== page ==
“I’ve always thought that she was like a super hero and for her to go the way she did is so unbelievable unfair,” McGinty said.
Motgin also got emotional when he spoke and apologized to Chong’s family.
“It’s hard on me, it’s hard on my family, it’s hard on the victim’s family. I’m sorry,” Motgin said.
Through long pauses in his comments, Judge McConnell said there were a lot of unanswered questions surrounding the murder. He said they’re never going to know exactly why it happened but they do know who did it.
The judge talked at length about Motgin’s past criminal history. At the time of the murder he was on felony probation for assaulting an ex-girlfriend.
“You assault women. . .and you seem to like knives,” McConnell said.
McConnell says the fact that Motgin might have been drunk that night is no excuse.
“Alcohol lets you do things you want to do. It makes it easier to do things you want to do,” McConnell said. “That’s what alcohol does. It dis-inhibits you. It makes you more likely to do what you want to do. It’s why people get in trouble. It shows me that you’re such an angry person.”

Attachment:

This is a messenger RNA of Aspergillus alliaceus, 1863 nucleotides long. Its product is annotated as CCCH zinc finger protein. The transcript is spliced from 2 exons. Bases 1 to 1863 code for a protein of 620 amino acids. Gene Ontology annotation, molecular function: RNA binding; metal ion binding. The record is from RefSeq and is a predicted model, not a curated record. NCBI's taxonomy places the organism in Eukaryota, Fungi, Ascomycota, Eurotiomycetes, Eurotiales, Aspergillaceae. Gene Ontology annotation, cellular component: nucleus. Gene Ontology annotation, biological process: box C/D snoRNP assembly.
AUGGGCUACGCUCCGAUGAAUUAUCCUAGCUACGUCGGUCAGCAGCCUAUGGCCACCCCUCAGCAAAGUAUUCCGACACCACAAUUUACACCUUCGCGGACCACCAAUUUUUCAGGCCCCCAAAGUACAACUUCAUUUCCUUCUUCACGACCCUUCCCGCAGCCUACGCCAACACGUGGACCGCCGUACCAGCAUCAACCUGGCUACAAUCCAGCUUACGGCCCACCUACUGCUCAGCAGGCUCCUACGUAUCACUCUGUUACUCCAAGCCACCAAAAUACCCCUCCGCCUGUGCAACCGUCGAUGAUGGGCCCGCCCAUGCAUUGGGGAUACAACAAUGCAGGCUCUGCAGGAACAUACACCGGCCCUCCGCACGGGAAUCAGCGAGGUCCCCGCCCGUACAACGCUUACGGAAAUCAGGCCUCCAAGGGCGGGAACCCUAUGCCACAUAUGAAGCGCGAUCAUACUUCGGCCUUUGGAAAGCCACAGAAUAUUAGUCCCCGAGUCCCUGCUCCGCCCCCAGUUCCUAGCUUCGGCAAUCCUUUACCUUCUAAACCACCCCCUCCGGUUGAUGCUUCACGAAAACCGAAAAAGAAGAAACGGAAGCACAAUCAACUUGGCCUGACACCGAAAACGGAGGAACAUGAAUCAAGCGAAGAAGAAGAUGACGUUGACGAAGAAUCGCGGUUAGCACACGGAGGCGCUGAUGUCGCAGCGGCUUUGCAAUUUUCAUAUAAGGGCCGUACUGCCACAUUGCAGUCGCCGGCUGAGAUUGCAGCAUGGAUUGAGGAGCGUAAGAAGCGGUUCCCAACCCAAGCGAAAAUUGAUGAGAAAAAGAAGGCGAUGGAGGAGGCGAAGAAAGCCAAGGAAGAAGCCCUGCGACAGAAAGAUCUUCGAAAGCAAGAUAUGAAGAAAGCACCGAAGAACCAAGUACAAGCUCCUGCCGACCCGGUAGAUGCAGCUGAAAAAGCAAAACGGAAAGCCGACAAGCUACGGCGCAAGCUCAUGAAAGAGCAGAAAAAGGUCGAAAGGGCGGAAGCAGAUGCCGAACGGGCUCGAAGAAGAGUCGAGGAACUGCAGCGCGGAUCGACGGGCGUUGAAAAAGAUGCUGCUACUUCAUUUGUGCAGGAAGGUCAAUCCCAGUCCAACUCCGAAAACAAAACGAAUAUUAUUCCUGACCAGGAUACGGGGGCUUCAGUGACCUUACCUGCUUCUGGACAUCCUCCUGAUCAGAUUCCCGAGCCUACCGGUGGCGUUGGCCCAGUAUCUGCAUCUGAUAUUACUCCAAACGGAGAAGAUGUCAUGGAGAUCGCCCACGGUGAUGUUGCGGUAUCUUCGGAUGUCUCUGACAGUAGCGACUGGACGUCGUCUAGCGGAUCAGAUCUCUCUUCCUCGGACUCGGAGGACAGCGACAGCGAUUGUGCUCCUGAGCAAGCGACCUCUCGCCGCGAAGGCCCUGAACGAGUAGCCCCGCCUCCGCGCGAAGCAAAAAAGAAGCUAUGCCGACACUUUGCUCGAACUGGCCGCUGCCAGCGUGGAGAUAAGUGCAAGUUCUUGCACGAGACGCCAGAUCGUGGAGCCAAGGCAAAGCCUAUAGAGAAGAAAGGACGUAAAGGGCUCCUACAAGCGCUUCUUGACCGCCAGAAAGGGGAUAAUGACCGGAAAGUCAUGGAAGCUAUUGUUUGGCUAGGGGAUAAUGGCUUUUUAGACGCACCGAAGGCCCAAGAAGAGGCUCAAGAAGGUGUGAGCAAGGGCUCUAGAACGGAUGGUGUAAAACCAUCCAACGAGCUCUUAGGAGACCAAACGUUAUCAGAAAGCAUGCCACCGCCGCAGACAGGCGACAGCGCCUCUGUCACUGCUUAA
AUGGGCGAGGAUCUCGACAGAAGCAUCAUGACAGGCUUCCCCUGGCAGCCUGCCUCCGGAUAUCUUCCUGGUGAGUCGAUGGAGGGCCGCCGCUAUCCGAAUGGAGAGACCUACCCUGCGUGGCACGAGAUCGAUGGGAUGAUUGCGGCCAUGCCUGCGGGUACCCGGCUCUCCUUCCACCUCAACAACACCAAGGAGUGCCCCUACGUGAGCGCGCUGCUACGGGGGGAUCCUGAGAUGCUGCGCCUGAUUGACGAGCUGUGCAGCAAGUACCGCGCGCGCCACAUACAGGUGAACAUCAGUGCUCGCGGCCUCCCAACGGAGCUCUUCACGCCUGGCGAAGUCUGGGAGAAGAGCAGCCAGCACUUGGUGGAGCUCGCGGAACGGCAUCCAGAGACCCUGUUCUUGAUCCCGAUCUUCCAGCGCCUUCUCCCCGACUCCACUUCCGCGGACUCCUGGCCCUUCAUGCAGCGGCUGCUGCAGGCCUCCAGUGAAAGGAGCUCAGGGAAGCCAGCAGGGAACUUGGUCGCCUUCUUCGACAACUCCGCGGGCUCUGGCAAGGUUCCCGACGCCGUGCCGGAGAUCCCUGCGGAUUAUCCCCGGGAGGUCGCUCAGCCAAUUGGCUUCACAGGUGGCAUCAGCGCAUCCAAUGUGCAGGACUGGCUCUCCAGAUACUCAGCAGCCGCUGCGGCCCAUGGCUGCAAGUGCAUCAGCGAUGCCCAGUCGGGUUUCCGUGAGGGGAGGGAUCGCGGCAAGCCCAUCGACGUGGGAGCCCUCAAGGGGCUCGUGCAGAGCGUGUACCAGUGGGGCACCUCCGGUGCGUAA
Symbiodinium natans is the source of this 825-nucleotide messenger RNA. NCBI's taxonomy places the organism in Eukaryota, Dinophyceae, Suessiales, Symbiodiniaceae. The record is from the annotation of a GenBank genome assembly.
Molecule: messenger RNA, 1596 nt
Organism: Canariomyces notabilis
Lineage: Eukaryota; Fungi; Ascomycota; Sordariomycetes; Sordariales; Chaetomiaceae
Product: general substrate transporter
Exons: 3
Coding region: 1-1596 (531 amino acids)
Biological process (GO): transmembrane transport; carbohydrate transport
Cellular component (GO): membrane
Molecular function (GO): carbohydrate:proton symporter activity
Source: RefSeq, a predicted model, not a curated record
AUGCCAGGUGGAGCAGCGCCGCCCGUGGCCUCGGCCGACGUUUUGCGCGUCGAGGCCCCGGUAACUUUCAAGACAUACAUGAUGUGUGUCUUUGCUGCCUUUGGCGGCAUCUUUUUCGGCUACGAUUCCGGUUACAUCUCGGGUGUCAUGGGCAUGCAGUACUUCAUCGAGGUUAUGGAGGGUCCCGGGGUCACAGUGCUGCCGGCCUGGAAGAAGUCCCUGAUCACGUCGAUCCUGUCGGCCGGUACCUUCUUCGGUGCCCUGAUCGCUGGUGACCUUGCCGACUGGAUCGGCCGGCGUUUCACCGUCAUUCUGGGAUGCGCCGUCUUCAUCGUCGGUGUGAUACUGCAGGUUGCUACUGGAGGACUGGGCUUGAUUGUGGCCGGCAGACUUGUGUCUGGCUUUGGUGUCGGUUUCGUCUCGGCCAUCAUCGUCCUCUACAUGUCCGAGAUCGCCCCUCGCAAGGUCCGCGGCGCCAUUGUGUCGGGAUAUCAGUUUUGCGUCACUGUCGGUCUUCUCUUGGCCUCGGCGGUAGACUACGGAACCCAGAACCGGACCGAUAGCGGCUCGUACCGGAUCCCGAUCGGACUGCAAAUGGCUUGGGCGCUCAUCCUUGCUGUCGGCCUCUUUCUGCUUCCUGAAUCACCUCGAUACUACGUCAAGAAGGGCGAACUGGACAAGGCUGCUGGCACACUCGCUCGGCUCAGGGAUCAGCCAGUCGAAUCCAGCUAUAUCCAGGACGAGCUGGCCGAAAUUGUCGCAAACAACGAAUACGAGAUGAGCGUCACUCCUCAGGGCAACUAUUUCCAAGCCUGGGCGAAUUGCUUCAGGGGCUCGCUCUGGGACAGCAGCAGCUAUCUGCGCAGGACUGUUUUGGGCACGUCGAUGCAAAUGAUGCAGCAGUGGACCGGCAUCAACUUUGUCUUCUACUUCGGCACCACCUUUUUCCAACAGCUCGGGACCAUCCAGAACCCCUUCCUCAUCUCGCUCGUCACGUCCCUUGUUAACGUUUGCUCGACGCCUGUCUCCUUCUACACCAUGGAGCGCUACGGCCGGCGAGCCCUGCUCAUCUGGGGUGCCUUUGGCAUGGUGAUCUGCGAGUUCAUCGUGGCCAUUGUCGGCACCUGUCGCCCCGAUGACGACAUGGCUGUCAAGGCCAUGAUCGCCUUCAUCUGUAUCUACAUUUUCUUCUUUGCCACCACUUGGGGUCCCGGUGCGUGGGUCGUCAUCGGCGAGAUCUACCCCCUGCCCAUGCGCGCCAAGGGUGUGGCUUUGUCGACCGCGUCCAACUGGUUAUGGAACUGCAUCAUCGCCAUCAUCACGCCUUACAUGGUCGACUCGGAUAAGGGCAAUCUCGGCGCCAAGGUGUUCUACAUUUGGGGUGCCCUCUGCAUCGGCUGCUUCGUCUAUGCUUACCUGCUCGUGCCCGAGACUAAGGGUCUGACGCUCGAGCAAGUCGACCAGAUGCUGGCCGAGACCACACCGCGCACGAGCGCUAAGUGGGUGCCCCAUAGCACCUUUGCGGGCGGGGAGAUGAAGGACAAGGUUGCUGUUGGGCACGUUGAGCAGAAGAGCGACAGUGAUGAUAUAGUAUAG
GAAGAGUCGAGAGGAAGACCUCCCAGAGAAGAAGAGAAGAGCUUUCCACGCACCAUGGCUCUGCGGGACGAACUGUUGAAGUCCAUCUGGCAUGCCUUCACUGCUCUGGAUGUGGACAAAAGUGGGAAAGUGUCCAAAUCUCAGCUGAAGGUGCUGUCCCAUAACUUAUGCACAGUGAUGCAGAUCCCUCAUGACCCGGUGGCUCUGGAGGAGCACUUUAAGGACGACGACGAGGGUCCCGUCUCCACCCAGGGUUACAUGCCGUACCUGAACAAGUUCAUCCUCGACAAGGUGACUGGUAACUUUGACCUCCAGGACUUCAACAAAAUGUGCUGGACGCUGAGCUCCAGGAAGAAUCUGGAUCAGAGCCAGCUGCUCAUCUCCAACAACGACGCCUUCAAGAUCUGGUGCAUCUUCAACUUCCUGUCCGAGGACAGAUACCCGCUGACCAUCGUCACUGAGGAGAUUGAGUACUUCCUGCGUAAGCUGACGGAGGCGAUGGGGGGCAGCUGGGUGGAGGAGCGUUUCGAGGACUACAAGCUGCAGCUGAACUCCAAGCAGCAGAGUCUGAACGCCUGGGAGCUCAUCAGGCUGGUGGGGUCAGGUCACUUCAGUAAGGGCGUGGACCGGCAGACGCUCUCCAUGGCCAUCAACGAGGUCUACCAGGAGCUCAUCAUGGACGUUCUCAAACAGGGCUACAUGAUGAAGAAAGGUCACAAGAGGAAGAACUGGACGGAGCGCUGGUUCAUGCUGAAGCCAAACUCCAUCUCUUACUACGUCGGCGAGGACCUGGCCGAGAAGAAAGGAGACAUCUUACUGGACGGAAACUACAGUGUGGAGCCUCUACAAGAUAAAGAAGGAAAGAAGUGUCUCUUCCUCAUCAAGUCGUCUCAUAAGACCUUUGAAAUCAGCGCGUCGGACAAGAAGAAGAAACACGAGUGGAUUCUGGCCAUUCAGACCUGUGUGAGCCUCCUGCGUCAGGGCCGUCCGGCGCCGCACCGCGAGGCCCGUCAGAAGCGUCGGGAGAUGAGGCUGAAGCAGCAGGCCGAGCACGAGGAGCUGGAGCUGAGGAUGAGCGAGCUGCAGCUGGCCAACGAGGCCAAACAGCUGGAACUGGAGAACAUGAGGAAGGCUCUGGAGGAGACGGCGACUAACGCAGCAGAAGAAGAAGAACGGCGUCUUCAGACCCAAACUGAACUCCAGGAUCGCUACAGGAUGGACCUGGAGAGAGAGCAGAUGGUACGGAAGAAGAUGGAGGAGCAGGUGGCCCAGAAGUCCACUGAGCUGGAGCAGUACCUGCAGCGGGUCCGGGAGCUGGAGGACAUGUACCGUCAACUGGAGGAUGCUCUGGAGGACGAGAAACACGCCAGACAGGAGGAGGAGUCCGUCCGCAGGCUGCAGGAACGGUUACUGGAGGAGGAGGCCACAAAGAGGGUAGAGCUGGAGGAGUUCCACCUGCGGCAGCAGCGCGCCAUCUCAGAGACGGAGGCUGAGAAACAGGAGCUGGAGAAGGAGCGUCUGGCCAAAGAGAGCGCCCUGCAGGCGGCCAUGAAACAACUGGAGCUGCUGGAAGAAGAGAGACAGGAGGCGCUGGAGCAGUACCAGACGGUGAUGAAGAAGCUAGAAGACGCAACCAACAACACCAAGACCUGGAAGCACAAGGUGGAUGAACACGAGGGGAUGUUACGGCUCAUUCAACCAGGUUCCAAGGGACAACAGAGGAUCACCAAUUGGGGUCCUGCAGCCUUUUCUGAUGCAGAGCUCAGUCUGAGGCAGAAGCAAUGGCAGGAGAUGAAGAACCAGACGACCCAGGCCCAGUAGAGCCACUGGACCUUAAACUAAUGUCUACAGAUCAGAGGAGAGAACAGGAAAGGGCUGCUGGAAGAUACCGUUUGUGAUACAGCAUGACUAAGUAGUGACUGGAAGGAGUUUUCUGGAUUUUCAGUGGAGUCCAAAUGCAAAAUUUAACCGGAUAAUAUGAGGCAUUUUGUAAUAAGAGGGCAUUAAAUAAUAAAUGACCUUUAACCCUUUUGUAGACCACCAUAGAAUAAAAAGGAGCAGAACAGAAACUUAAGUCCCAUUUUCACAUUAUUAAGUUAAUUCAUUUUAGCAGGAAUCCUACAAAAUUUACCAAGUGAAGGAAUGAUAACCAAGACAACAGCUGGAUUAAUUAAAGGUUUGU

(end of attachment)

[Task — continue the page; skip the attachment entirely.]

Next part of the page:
Whether it was anger that Motgin felt that night and whether it can be resolved in the future is unknown but the sentence allows for the possibility of rehabilitation.
He was sentenced to 80 years with 35 suspended. That leaves him 45 years to serve with 10 years probation, which would put him up for parole when he’s about 50 years old. He also has to serve an additional 1 and a half years for violating his previous probation.
There is several probation conditions including one that prevents Motgin from ever taking a cab again.